Midrash is the Jewish term for hashing out Scripture. In other words, it is a way of finding an answer to a practical or theological question by studying the meaning of words in Torah. Midrash is used to discover halacha or how to walk out the direction of Torah commands. This method of studying the Scriptures has been used by rabbis and students of the Word of God for millennia even though it is most notably used by the Orthodox communities of the past few centuries.
Each of these four requirements are found in Torah and are grounded in pagan worship. Each requirement instructed a gentile to turn away from pagan worship practices in order to faithfully turn to Adonai. Embracing these four requirements was not considered legalism nor were they the end-all of living for Adonai; these requirements set forth by the Council in Jerusalem would help a gentile began a sanctified, holy life as they joined the Messianic community.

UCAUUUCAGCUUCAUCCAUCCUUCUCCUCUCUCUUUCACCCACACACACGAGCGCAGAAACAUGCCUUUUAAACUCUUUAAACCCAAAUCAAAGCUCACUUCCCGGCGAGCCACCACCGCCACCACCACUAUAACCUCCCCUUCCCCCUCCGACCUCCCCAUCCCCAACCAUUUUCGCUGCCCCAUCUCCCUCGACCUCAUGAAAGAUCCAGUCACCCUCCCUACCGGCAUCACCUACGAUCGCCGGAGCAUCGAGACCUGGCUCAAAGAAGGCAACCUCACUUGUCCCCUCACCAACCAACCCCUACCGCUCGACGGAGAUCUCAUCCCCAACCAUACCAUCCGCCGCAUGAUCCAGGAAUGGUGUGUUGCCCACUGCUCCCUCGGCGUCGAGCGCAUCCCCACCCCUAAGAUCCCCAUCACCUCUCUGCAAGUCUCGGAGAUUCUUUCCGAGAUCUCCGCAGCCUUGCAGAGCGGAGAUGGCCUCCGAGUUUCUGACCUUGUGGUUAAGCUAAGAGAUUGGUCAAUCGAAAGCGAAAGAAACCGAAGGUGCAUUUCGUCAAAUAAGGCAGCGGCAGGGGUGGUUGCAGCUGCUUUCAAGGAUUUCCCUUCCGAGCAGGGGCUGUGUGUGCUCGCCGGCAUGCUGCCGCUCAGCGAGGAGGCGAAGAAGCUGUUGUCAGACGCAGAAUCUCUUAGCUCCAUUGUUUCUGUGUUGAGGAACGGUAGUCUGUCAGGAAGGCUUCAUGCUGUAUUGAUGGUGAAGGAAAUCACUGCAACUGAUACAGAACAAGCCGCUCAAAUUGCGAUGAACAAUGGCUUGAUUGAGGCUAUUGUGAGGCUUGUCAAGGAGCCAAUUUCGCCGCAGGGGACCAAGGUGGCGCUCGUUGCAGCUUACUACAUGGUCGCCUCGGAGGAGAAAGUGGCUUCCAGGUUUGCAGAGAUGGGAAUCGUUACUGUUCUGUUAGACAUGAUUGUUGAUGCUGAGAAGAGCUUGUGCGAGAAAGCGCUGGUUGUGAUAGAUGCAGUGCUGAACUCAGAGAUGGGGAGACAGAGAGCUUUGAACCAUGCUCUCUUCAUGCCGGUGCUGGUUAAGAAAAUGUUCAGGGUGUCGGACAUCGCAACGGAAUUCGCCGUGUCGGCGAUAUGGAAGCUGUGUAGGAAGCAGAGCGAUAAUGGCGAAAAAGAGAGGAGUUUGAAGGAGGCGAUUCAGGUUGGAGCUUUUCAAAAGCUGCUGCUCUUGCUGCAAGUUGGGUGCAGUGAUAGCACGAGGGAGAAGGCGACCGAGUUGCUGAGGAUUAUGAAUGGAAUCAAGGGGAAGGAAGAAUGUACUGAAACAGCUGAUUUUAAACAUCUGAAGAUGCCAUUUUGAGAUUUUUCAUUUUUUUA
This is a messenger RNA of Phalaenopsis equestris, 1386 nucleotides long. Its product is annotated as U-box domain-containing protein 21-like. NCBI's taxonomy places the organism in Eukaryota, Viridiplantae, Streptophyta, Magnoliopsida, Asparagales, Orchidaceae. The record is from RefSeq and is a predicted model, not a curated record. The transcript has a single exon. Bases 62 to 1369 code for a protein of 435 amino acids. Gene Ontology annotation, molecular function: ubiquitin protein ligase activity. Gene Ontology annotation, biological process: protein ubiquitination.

The Hebrew word for ‘walk’ is halacha which is used to describe the way one walks out the commands of Adonai. It also means ‘to go’ and ‘to come’ suggesting that whether you are coming or going in your life, your halacha should show forth evidence of Adonai.
The prophet Ezekiel was given a scroll with writing on the front and back. He is told not to be afraid of the House of Isra’el for they will not listen to the words. No matter what happens to him, Ezekiel is to preach the Word of Elohim so the people will know there is a prophet in their midst (Ezekiel 2). Ezekiel is told to eat the scroll and fill his insides. The scroll tasted like honey (Ezekiel 3). Some scholars suggest the little scroll is the ‘deed’ of ownership for the earth. Others suggest it is the ‘deed’ to the Promised Land.